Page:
NEW YORK – Back in February 2015, the price of West Texas Intermediate stood at about $52 per barrel, half of its 2014 peak. I argued then that a renewed decline was coming that could drive it below $20, a scenario regarded by oil bulls as unthinkable. But prices did fall further, dropping all the way to a low of $26 in February. Since then, crude rallied to spend several weeks flirting with $50 per barrel, a level not seen since last year. But it won’t last; I’m sticking to my call for prices to decline anew to $10 to $20 per barrel.
Recent gains have little to do with the fundamentals that led to the collapse in the first place. Wildfires in the oil-sands region in Canada, output cuts in Nigeria and Venezuela due to political unrest, and hopes that American hydraulic fracturing would run out of steam are the primary causes of the recent spurt.
But the world continues to be awash in crude, and American frackers have replaced OPEC as the world’s swing producers. The once-feared oil cartel is, to my mind, pretty much finished as an effective price enforcer. Even OPEC’s leader, Saudi Arabia, is acknowledging the new reality by quashing recent attempts to freeze output, borrowing from banks and preparing to sell a stake in its Aramco oil company as it tries to find new sources of non-oil revenue.
The Saudis and their Persian Gulf allies continue to play a desperate game of chicken with other major oil producers. Cartels exist to keep prices above equilibrium, which encourages cheating as cartel members exceed their allotted output and other producers take advantage of inflated prices. So the role of the cartel leader, in this case Saudi Arabia, is to cut its own output, neutralizing the cheaters to keep prices up. But the Saudis suffered market-share losses from their previous production cuts. OPEC has effectively abandoned restraints, with total output soaring to as high as 33 million barrels per day at the end of last year:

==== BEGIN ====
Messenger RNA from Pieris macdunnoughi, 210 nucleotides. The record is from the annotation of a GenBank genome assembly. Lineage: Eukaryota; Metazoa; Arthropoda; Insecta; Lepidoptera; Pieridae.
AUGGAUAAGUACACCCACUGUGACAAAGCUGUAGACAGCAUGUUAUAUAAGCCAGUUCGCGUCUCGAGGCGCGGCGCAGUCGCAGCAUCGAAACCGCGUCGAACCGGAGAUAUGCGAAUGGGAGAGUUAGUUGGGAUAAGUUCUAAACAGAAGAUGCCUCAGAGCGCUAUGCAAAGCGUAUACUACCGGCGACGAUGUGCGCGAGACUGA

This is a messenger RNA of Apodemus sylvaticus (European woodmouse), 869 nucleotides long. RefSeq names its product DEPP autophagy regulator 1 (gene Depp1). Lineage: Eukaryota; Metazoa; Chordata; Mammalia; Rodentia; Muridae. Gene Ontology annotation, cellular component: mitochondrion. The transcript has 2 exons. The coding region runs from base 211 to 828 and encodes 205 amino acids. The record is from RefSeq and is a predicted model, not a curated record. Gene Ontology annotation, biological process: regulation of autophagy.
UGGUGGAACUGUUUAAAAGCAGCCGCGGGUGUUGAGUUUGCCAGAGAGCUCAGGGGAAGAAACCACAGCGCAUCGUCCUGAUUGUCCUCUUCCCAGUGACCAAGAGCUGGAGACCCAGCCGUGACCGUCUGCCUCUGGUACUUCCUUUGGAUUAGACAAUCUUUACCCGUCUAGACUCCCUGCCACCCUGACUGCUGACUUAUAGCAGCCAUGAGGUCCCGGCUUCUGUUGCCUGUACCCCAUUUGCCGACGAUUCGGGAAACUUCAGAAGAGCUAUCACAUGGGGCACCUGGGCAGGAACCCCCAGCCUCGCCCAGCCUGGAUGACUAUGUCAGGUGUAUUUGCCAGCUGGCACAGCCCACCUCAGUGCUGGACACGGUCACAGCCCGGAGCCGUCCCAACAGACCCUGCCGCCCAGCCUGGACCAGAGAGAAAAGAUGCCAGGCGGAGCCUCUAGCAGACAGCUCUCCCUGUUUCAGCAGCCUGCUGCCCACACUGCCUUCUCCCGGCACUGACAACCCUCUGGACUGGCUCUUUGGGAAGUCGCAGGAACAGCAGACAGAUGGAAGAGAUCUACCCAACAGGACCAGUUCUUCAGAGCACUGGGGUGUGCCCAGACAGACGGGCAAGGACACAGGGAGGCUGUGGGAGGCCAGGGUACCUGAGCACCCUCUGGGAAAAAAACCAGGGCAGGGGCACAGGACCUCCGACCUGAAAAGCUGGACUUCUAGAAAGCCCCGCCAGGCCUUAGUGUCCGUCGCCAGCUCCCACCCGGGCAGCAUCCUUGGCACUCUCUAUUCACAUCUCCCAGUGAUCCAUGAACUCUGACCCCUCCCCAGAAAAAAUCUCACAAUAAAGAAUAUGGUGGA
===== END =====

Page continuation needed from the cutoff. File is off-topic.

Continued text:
Iran, freed of Western sanctions, plans to double output to 6 million barrels a day by 2020, which would make it the second-largest OPEC producer behind Saudi Arabia. Russia continues pumping to support its economy after the collapse in oil prices devastated government revenue and export earnings. War-torn Libya is also ramping up production as best it can.
The International Energy Agency predicts that even with a successful OPEC production freeze, if U.S. frackers cut production by 600,000 barrels a day this year and a further 200,000 barrels per day in 2017, excess supply would run at 1.5 million barrels a day until 2017. That’s a continuation of the recent oversupply of 1 to 2 million barrels a day.
The price at which major producers chicken out and slash production isn’t determined by the prices needed to balance the budgets of oil producing nations, which are as high as $208 per barrel in Libya and as low as $52 per barrel in Kuwait. Nor is it the “full cycle” or average cost of production that includes drilling costs, overheads, pipelines, etc.
In a price war, the chicken-out point is the price that equals the marginal cost of producing oil from an established well. Once fracking operations are set up and staffed, leases paid for, drilling under way and pipelines laid, the marginal cost of shale oil for efficient producers in the Permian Basin in Texas is about $10 to $20 per barrel and even lower in the Persian Gulf.